The U.S. Supreme Court heard oral arguments today in the partisan gerrymandering case Gill v. Whitford. Several of the justices appeared to be amenable to some kind of test to determine whether a map is too partisan in its bias, but there was no consensus on what such a test might look like (although Justice Breyer offered a possibility). Arguments touched briefly on standing but mostly revolved around how the Court could test whether the Wisconsin Assembly acted unconstitutionally when it intentionally drew districts that would maximize Republican seats.

A key exchange involved adjustments made to the Wisconsin maps during the redistricting process that resulted in ever greater Republican advantages.

“If it’s the most extreme map they could make, why isn’t that enough to prove partisan asymmetry and unconstitutional gerrymandering?” asked Justice Sotomayor after describing several iterations of the Wisconsin legislative maps that were rejected because they “weren’t partisan enough.” Misha Tseytlin, the state’s Solicitor General, replied that the facts of this case are “less troubling” than those in other cases the Court has decided. Sotomayor immediately replied, “But they kept going back to fix the map to make it more gerrymandered. That’s undisputed. People involved in the process had traditional maps that complied with traditional criteria, and then they went back and threw out those maps and created more” partisan ones. Why not use one of the less partisan maps? “Because there was no constitutional requirement that they do so,” Tseytlin replied. “They complied with all state law.”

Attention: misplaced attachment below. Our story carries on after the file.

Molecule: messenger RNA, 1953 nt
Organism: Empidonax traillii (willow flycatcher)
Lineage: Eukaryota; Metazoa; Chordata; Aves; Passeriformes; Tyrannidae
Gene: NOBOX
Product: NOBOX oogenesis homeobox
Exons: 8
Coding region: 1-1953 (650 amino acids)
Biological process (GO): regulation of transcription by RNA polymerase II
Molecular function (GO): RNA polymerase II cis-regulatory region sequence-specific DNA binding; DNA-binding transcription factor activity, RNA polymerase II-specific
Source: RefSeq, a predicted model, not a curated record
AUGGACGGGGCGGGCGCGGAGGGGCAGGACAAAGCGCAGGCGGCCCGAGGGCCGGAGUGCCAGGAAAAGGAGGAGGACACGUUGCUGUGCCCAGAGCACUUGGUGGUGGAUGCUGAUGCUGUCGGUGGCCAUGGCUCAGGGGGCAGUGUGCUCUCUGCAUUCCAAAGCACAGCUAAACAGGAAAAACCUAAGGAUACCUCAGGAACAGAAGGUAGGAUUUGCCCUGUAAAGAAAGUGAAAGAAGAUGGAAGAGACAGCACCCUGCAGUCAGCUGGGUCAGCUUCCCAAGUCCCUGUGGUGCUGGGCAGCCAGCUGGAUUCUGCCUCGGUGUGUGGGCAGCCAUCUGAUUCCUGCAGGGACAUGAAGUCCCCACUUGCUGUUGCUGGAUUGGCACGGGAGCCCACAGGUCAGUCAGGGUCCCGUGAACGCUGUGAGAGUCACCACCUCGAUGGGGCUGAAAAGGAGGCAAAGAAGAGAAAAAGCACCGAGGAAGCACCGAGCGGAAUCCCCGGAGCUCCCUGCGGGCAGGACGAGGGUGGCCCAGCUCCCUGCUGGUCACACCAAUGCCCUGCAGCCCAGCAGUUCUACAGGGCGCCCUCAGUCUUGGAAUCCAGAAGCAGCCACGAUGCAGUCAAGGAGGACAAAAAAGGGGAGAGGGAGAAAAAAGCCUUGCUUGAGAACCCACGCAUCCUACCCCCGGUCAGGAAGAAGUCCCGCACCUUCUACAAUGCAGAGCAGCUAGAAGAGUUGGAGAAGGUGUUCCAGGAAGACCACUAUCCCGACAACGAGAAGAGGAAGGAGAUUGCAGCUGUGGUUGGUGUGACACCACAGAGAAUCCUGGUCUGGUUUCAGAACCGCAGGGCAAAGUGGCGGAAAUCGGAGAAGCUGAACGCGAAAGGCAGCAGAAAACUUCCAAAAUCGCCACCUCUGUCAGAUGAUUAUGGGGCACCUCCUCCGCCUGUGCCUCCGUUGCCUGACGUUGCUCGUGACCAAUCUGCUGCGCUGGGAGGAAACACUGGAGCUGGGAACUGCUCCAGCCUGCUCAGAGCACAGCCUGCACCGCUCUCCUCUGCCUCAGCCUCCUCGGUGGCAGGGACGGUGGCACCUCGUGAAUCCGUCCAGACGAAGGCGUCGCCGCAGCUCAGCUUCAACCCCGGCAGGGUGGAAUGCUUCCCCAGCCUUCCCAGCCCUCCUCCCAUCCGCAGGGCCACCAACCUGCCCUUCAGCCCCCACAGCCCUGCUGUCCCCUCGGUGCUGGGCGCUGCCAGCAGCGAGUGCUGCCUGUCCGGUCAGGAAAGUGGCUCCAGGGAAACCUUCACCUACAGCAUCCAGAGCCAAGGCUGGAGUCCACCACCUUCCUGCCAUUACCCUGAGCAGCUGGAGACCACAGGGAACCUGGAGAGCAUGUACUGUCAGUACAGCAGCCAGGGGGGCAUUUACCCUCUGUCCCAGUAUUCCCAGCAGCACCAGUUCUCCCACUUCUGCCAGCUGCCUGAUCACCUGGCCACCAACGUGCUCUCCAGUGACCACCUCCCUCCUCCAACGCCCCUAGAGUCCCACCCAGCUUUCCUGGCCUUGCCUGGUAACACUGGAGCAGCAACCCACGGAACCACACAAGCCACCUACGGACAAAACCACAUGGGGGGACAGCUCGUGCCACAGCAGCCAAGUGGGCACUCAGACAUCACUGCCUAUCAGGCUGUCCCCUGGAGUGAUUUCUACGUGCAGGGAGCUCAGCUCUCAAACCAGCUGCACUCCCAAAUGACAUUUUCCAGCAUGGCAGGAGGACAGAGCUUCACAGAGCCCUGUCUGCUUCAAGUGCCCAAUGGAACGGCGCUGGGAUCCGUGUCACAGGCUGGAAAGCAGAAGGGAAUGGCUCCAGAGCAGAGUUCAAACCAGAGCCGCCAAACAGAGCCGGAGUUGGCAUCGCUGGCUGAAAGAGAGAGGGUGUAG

Justice Breyer said getting a manageable standard by which courts could judge future maps was the “hard issue in this case.” Breyer went on to propose one possible standard. Step one would look at whether one party had control of the redistricting process. Step two would determine if there was partisan asymmetry. “Good evidence of that is a party that got 48% of the vote got a majority of the legislature.” Step three is to determine if the map would likely produce “persistent asymmetry over a range of votes.” Finally, is there any other motive or justification that could produce “an extreme outlier” other than pure partisan motivation. “This is where I am at the moment,” he said.

Justice Gorsuch asked legislative counsel Erin Murphy about the criteria “a state [would] need to know in order to avoid having every district and every case and every election subject to litigation.” Murphy argued that current measures of partisan asymmetry “identify false positives roughly 50% of the time,” making it impossible for a legislature to comply with a test that “can’t differentiate between a court-drawn map and a map drawn for partisan advantage.” Murphy said she was not sure any reliable standard could be established.